Foxtel cries to Senate over “unregulated” global streamers

Foxtel’s streaming services now account for nearly half of the group’s customer base of about four million active subscribers.

Foxtel CEO Patrick Delany has told a Senate estimates hearing that action is needed to reign in the unregulated global streaming providers to ensure that local players can remain competitive:

“Our industry in Australia has been significantly impacted by competition from unregulated global streaming services such as Netflix, Amazon Prime and Disney+”…

“That is not good for any Australian who believes in the importance of local media companies.”

Mr Delany described the large streaming companies as “global, very wealthy streaming organisations”.

To level the playing field, Patrick Delany wants reforms to broadcasting legislation that would reduce mandatory local content from 10% to 5%:

“We would like to have the flexibility to spend the money as we think in this fast-changing market – our subscribers would appreciate the content and secondly to get some flexibility our competitors have and we don’t”.

For mine, the bigger issue is that the Morrison Government’s media Green Paper recommended reducing Foxtel’s local content requirement to 5% in exchange for imposing the same 5% local content requirement on the global streaming giants. If applied, this reform would have likely lifted overall local content provision across the combined platforms, thereby stimulating local jobs and capturing a share of economic rents from these giant, internationally-owned multi-billion-dollar platforms.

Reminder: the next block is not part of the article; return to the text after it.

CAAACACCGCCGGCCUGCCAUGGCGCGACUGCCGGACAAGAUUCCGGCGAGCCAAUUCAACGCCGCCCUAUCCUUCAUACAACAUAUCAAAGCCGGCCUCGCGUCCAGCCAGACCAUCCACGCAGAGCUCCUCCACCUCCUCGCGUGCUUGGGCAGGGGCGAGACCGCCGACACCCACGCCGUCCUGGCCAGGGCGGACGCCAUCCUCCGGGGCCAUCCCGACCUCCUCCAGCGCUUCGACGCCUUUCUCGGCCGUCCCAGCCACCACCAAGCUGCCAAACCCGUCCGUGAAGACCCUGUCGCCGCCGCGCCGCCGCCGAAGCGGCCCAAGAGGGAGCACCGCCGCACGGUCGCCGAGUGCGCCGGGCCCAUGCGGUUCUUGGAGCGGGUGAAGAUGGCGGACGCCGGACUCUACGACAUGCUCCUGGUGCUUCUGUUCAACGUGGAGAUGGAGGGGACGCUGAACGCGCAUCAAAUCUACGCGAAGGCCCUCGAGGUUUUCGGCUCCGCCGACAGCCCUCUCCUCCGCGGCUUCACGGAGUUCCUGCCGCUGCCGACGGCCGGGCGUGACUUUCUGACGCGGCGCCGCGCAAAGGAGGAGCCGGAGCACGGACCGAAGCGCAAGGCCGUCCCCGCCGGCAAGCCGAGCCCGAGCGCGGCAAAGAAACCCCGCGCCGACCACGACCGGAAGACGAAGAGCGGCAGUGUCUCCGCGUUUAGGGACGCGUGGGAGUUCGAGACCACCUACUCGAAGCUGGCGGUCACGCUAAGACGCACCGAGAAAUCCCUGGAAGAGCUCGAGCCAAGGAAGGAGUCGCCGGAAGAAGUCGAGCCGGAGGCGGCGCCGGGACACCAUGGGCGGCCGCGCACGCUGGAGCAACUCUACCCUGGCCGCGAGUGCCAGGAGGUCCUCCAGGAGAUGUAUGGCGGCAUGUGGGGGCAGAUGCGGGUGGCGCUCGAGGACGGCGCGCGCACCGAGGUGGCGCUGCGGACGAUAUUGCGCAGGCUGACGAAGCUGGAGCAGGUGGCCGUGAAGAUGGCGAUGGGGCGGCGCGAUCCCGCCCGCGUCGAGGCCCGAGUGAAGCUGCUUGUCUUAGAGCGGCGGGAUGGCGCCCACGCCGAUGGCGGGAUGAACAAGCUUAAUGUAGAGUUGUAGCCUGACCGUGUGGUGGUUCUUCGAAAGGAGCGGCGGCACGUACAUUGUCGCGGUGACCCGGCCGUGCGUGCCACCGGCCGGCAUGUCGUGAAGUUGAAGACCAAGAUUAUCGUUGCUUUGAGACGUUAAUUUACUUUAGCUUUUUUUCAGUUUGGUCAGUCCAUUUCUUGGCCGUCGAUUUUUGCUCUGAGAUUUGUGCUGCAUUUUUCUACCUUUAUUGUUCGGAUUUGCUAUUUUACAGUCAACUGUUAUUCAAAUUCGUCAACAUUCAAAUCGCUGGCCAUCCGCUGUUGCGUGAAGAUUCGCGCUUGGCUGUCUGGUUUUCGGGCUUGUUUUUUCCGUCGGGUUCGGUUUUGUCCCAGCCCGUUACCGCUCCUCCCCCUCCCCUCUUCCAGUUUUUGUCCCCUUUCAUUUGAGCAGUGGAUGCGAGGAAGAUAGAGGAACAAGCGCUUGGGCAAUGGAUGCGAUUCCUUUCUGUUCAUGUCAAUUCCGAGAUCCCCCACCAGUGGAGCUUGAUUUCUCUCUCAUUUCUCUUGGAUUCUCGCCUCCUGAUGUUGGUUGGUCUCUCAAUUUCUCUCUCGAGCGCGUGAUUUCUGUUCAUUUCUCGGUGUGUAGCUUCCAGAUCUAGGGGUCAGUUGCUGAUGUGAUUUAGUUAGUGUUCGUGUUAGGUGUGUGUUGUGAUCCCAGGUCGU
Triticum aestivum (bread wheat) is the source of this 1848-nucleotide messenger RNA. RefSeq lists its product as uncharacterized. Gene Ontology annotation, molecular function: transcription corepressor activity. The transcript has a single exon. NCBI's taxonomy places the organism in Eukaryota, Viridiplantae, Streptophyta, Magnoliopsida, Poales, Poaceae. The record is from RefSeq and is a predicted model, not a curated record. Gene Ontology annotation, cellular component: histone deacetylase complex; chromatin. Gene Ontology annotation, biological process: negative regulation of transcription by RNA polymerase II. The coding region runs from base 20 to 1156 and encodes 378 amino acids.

However, the Morrison Government’s media bill omitted these global streaming giants, suggesting it has backtracked on the Green Paper’s proposal to implement a universal 5% local content requirement.

This suggests that if the media bill gets passed by the Senate, then overall local content provision could be watered down, which would be a retrograde step.

Unconventional Economist


  1. MathiasMEMBER

    I use piratebay. Doesnt cost me a cent 🙂

    Research what I want online and download it whenever I want.

    I have no interest in sport. Although the trading guys are trying to get me into a little bit of boxing. That recent boxing match with that Youtube guy vs the Professional Boxer was kind of funny. Turns out the match was fixed ( *raises eyebrows* ). Trust my luck. 8 rounds of dancing and foreplay… no action. I dont think I like sport.

    I mean seriously, who’d pay for this crap? I cant even stand watching it for free.

    Pay for FOXTEL? Pffft. What for? Whats it give that the internet doesnt?

    People must be made of money. I can think of better things to do with money then Foxtel.

    • GeordieMEMBER

      Perth train station has ads for Bilge running endlessly, it seems. No exploitation of public spaces for corporate propaganda here. Carry on.

  2. Easiest way is to tax streamers in inverse to their local content, and give the proceeds to the half that do more than half the average local content.

  3. BubbleyMEMBER

    “Mr Delany described the large streaming companies as “global, very wealthy streaming organisations”.

    Foxtel is owned by Rupert Murdoch’s News Corp, the very definition of a global, very wealthy streaming organisation.

    The hypocrisy runs deep.

  4. turncoatMEMBER

    Just get rid of local content requirements altogether. Ripped from its protective teat the local industry might have a crack at producing something watchable.

      • LabrynthMEMBER

        Local content is made for weirdo’s. Scrolling through any local content on the ABC or SBS is about some Australian family with incest or they are shoving the LGBTQ stuff down your throat. Absolute rubbish produced by artists for artists.

  5. What’s the point of having local “players” if they only have to produce 5% local content?

  6. The Travelling Phantom

    Yea , closing local industries and manufacturing market
    But foxtel losing to overseas, no!

  7. I’m watching Kayo recently and thing is clapping out, I switch over to a pirate stream of the same thing and it doesn’t skip a beat.

    You’re really not doing yourself any favours, cobber.